Millions of Britons living abroad are being urged by the Electoral Commission to register to vote by 16 May so they can take part in the EU referendum on 23 June. About 5.5 million British citizens are estimated to live outside the UK, with at least 1.2 million of these living in other EU countries, but only a fraction are on the electoral roll. Anyone who was registered in a UK constituency during the past 15 years is entitled to vote in British elections, but half of British expats are not aware of this fact. A survey of eligible voters by the Electoral Commission, the non-partisan body that oversees elections, found that 30% of people were unsure about the rights of overseas voters, while 20% thought, wrongly, that they were not allowed to vote. The commission surveyed 4,700 people, but mostly those living in Europe, meaning the survey is not representative of all British overseas voters.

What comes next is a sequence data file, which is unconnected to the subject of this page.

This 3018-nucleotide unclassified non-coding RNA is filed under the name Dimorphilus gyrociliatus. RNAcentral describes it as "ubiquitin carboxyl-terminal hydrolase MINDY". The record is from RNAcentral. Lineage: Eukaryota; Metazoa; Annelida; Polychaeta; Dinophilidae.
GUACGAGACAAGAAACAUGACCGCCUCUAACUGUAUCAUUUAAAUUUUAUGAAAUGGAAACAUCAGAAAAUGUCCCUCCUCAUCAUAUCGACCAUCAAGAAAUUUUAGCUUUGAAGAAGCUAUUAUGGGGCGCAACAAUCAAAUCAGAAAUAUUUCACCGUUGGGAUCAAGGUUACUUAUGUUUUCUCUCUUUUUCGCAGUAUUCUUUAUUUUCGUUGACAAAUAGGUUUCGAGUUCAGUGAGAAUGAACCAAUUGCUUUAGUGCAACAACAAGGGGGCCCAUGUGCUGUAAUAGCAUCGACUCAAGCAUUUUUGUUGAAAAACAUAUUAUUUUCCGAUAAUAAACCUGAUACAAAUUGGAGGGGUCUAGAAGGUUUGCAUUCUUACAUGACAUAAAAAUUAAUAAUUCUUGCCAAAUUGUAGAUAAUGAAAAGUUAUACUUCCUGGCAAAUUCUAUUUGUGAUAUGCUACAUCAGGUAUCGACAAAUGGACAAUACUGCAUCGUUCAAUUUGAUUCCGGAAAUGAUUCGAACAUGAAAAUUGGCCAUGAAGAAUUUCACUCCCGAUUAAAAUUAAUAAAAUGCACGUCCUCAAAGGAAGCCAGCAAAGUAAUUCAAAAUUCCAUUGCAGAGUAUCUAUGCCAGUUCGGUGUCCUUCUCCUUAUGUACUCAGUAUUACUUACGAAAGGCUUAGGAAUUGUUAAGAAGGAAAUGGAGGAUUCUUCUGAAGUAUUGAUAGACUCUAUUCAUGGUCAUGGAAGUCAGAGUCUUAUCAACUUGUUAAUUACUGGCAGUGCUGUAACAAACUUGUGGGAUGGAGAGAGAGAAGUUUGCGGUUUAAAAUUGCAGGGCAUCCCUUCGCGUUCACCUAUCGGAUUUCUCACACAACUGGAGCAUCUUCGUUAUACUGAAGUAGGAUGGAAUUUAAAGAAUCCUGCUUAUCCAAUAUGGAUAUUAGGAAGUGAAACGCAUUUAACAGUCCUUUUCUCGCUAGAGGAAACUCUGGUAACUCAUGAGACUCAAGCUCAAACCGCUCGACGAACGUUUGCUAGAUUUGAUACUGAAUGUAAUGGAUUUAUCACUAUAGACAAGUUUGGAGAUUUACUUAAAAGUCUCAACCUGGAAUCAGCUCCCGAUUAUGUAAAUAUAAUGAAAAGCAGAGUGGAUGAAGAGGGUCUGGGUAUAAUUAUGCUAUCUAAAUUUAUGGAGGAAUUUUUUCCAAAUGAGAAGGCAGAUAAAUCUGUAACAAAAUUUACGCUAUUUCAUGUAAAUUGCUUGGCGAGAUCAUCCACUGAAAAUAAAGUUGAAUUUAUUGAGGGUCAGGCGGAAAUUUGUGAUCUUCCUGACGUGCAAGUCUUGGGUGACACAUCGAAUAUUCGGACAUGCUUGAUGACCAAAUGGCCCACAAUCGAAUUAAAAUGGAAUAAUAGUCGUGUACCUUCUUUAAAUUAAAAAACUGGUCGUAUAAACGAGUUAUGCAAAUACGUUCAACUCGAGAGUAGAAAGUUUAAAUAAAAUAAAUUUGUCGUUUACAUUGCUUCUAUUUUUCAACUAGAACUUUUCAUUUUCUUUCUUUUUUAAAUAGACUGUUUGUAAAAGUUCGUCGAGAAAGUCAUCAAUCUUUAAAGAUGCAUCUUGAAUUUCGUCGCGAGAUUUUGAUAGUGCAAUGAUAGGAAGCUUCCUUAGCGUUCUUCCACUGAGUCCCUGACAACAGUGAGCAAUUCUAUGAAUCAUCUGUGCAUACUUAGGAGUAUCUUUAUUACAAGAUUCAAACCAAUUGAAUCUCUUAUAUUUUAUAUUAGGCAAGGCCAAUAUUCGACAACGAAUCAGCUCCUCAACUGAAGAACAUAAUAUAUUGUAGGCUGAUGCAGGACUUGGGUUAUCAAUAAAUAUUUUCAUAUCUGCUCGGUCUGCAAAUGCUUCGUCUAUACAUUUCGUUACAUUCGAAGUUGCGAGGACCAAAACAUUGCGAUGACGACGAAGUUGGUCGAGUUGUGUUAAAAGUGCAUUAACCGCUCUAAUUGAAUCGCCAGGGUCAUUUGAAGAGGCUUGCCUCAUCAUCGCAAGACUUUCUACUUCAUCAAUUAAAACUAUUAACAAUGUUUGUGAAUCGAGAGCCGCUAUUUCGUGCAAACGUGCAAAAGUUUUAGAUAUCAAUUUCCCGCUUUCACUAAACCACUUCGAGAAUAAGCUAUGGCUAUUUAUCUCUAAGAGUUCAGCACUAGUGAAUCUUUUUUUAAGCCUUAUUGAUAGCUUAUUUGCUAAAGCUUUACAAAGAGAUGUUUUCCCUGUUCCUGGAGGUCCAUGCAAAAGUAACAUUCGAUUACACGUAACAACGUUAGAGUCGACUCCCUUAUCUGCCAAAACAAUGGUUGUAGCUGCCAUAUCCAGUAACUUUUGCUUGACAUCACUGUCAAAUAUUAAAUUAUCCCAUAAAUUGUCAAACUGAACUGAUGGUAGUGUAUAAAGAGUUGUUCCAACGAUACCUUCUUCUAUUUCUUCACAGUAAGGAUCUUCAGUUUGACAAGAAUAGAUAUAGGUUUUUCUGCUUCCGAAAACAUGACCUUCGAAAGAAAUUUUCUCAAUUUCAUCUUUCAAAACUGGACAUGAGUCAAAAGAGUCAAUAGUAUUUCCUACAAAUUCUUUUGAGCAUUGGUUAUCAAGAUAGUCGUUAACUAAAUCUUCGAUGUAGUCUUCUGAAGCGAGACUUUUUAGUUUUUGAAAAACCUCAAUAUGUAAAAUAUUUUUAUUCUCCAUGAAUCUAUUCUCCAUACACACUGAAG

At the 2015 general election, only 106,000 Britons abroad were on the register, although that number has jumped by 80,000 since mid-March, when a voter-registration drive began.
Britons living in other EU countries would be among the most affected by Britain leaving the union. Settling the status of their acquired rights would be “a complex and daunting” task, a cross-party committee in the House of Lords warned last week.